Nvidia suspends autonomous car testing in wake of Uber fatality

28 Mar 2018

Nvidia office in Santa Clara, California. Image: jeijim/Shutterstock

Chipmaker Nvidia said it has suspended global self-driving vehicle testing.

In the days since an Uber self-driving vehicle struck and killed an Arizona pedestrian, the ride-sharing company has paused its autonomous car plans and has also been forbidden from carrying out testing in the state for the foreseeable future.

Chipmaker Nvidia works with Uber, with the latter using some of the former’s self-driving technology. In the last number of months, many investors bet that the firm would become an industry leader in chips for data centres, autonomous cars and artificial intelligence.

Global testing put on hold

On 27 March, shares in Nvidia closed down 7.8pc, wiping out more than $11bn in market value, according to Reuters. The company has since said it will be pausing its testing, which had been underway in New Jersey, Germany, Japan and California.

A Nvidia spokesperson told The Verge: “The accident was tragic. It’s a reminder of how difficult SDC [self-driving car] technology is and that it needs to be approached with extreme caution and the best safety technologies.”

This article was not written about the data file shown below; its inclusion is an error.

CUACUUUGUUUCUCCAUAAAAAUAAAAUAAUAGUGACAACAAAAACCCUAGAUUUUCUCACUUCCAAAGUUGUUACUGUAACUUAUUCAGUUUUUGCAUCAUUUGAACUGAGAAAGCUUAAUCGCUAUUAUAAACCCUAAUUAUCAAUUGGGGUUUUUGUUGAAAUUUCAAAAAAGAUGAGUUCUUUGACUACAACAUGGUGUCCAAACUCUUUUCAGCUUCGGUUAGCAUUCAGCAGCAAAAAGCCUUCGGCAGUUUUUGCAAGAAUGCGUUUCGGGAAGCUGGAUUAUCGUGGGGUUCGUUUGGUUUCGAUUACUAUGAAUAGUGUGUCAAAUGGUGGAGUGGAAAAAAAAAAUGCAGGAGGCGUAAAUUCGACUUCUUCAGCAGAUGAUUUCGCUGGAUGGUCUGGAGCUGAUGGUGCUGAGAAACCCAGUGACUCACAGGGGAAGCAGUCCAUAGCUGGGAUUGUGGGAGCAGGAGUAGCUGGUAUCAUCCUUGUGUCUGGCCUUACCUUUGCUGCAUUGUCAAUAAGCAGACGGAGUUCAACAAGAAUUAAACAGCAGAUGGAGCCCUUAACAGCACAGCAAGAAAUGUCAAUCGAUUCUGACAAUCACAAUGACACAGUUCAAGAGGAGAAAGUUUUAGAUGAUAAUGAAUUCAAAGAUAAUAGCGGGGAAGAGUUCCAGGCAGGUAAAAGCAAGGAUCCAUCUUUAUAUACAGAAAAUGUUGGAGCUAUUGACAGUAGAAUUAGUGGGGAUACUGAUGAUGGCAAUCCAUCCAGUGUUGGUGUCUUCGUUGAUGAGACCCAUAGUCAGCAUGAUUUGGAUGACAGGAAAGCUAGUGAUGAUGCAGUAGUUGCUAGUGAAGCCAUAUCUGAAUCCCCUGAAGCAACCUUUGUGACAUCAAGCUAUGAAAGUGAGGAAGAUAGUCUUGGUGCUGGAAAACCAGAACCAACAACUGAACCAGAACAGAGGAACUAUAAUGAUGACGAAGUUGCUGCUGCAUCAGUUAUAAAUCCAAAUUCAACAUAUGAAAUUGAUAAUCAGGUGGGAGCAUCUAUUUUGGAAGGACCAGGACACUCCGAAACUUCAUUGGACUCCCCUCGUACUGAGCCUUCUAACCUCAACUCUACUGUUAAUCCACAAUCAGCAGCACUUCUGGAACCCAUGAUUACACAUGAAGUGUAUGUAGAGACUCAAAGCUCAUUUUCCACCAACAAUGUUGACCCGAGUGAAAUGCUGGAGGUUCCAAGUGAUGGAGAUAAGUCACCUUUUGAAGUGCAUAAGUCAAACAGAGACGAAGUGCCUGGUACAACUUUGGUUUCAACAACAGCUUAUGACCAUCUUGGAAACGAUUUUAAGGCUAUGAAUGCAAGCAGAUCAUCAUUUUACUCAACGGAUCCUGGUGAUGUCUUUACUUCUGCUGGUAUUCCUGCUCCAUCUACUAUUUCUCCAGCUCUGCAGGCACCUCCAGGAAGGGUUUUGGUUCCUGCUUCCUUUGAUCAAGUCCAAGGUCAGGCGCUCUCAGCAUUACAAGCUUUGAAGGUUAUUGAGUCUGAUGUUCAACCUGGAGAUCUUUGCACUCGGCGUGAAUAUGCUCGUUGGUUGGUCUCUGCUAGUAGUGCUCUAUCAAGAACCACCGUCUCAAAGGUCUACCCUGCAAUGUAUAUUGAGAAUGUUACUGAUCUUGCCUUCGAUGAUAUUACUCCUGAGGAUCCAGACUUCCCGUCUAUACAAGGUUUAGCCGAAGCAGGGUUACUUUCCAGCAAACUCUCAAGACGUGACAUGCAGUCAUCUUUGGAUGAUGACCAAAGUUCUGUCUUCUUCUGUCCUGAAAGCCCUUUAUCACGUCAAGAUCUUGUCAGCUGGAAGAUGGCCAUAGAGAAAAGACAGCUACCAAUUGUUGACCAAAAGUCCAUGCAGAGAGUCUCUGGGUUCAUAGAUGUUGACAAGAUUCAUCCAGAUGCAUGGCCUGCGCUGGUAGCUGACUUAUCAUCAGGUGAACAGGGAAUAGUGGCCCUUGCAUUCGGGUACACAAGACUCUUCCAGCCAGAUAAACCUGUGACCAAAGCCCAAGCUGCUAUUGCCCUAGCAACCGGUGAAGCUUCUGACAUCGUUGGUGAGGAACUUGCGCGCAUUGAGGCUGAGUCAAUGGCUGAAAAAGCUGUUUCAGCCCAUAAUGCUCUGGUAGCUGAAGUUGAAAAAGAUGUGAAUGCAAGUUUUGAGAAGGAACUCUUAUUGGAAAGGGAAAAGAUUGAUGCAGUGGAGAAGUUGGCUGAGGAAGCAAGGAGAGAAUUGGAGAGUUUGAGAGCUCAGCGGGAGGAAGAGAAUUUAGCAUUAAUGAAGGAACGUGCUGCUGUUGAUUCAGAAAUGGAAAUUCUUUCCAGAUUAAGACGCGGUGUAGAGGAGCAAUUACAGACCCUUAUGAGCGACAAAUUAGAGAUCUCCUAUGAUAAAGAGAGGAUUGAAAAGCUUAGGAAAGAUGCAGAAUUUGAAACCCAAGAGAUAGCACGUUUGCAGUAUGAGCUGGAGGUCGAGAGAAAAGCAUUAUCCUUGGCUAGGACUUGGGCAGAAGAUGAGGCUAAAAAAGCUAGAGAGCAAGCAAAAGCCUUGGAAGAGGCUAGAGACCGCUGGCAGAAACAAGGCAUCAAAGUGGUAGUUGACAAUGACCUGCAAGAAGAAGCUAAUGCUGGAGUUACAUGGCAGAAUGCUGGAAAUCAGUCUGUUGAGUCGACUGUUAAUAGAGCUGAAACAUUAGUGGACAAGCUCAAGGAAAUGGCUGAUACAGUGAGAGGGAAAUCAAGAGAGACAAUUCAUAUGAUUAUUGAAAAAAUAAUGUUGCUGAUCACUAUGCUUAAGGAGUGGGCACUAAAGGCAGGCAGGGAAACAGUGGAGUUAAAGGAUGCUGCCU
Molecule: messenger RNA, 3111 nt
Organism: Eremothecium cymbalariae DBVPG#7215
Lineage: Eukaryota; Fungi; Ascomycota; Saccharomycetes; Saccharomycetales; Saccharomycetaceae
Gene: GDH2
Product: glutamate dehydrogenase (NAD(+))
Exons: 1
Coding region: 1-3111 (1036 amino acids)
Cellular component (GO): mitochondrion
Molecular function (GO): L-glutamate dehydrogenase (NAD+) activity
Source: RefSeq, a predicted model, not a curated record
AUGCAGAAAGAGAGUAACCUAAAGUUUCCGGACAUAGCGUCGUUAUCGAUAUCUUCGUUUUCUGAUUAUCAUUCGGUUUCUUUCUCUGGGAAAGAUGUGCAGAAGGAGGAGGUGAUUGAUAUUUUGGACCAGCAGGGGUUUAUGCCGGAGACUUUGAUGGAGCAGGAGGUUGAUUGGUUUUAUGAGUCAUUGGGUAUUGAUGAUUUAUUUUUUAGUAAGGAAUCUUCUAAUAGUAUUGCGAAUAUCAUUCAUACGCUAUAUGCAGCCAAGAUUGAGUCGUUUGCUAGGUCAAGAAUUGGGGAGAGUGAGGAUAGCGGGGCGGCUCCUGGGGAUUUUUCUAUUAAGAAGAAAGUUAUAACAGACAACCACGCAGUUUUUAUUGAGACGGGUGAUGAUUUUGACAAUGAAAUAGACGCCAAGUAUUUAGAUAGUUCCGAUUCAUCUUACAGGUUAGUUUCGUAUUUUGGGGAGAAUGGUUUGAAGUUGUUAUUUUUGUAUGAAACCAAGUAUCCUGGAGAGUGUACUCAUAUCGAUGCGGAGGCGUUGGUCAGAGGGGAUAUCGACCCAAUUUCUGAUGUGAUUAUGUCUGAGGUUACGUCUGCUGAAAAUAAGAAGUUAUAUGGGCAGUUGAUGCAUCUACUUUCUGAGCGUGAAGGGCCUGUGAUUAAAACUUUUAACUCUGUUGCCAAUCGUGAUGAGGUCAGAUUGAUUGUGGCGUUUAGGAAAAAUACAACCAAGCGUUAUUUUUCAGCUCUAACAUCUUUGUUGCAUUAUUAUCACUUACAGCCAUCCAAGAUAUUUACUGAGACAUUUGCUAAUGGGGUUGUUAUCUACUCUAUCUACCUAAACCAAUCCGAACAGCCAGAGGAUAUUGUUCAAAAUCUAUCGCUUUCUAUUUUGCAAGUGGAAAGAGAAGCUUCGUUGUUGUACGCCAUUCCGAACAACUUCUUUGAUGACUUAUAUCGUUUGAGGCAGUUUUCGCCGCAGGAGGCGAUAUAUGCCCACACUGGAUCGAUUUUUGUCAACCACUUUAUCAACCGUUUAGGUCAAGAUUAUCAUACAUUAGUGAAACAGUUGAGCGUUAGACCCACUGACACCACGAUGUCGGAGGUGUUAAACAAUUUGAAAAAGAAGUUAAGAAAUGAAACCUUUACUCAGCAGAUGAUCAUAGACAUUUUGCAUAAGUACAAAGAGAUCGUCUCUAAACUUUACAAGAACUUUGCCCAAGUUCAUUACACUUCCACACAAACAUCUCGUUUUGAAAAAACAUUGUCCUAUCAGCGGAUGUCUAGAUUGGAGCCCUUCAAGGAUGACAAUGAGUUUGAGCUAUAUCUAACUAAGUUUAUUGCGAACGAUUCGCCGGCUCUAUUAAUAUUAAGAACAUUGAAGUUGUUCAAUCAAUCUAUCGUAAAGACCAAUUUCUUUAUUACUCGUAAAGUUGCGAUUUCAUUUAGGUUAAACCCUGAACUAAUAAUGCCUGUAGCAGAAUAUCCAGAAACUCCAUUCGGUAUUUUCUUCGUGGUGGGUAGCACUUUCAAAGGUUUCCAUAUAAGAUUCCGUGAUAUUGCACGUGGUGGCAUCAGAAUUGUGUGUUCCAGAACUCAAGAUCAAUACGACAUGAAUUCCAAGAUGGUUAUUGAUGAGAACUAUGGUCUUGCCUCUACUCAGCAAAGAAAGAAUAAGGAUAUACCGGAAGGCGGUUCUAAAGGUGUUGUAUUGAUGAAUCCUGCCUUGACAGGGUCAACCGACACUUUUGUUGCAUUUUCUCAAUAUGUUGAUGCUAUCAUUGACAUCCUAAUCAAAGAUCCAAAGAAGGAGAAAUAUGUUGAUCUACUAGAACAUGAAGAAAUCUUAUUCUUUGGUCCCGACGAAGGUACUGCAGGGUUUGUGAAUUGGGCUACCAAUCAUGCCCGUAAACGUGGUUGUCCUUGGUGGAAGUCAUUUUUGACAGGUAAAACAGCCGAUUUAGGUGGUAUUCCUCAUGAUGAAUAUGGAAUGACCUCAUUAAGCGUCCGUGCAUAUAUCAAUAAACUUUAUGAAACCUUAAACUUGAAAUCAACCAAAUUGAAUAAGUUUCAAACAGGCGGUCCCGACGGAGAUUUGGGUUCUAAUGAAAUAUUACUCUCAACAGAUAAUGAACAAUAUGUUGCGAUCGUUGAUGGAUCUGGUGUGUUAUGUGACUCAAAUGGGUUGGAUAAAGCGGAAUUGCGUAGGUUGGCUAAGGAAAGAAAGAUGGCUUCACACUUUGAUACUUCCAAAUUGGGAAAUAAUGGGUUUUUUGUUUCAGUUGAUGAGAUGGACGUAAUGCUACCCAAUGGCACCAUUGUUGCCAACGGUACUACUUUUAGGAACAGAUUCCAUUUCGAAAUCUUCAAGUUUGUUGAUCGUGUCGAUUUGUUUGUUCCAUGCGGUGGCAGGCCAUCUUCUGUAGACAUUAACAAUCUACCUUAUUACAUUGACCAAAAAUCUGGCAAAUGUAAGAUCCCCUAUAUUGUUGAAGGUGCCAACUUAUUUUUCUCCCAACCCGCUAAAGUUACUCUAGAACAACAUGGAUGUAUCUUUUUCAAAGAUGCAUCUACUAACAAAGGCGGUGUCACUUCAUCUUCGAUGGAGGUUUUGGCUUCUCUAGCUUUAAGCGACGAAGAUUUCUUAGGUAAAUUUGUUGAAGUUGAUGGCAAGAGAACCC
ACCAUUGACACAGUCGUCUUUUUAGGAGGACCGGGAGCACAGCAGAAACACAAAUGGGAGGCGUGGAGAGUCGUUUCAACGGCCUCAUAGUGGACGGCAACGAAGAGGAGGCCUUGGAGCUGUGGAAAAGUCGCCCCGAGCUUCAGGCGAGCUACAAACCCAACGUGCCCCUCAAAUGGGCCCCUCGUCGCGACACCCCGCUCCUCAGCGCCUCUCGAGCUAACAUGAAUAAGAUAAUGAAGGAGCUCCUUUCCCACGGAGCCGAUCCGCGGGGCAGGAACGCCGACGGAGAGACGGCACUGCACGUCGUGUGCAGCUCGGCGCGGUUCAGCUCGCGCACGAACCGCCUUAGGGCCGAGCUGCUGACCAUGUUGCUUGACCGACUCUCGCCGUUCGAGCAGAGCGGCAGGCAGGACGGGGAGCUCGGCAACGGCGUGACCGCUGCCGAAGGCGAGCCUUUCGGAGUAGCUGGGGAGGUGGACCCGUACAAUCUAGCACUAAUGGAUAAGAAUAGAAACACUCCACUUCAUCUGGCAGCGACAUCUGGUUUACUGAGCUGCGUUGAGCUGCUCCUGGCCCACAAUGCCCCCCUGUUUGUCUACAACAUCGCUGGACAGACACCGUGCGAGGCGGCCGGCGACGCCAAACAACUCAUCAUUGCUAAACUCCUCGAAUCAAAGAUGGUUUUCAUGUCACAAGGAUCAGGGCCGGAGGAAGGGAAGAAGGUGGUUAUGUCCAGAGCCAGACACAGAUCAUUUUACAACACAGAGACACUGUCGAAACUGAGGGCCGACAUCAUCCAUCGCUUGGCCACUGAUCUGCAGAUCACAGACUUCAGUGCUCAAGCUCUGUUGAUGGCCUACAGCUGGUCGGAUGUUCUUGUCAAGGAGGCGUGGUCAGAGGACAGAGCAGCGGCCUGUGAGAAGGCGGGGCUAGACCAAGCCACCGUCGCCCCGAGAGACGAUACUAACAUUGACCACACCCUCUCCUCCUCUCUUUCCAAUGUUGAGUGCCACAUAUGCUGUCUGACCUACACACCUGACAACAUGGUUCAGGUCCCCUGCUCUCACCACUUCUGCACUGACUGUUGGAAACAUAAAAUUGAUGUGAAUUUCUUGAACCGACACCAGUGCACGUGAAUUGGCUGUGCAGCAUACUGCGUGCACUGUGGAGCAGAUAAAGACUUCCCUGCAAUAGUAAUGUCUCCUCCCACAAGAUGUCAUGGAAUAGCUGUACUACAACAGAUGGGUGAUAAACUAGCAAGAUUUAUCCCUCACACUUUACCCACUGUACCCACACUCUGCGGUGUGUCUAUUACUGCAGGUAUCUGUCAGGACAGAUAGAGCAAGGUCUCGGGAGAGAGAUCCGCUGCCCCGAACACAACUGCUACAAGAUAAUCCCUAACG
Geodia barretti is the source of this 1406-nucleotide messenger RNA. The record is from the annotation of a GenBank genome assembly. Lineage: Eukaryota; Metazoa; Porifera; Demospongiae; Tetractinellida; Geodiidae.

The spokesperson added: “We are temporarily suspending the testing of our self-driving cars on public roads to learn from the Uber incident. Our global fleet of manually driven data-collection vehicles continues to operate.”

Uber had said it would be incorporating Nvidia technologies in its eventual self-driving fleets of Volvos as well as the company’s self-driving trucks.

Fear and outrage

“Nvidia has no choice but to take steps in the context of the fear, uncertainty and outrage likely to be stimulated by a robot car killing a human being,” Roger Lanctot, an automotive technology analyst with Strategy Analytics, wrote.

Market analyst Kinngai Chan told Reuters he does not expect Nvidia’s earnings to be adversely affected by the incident.

At its recent GPU Technology Conference, Nvidia founder Jen-Hsun Huang said safety was the biggest issue at hand: “This is the ultimate deep-learning AI problem. We have to manage faults even when we detect them. The bar for functional safety is really, really high. We’ve dedicated our last five to seven years to understanding this system. We are trying to understand this from end to end.”

Toyota is also pausing its testing of autonomous vehicles across the world.

Nvidia office in Santa Clara, California. Image: jeijim/Shutterstock

Ellen Tannam was a journalist with Silicon Republic, covering all manner of business and tech subjects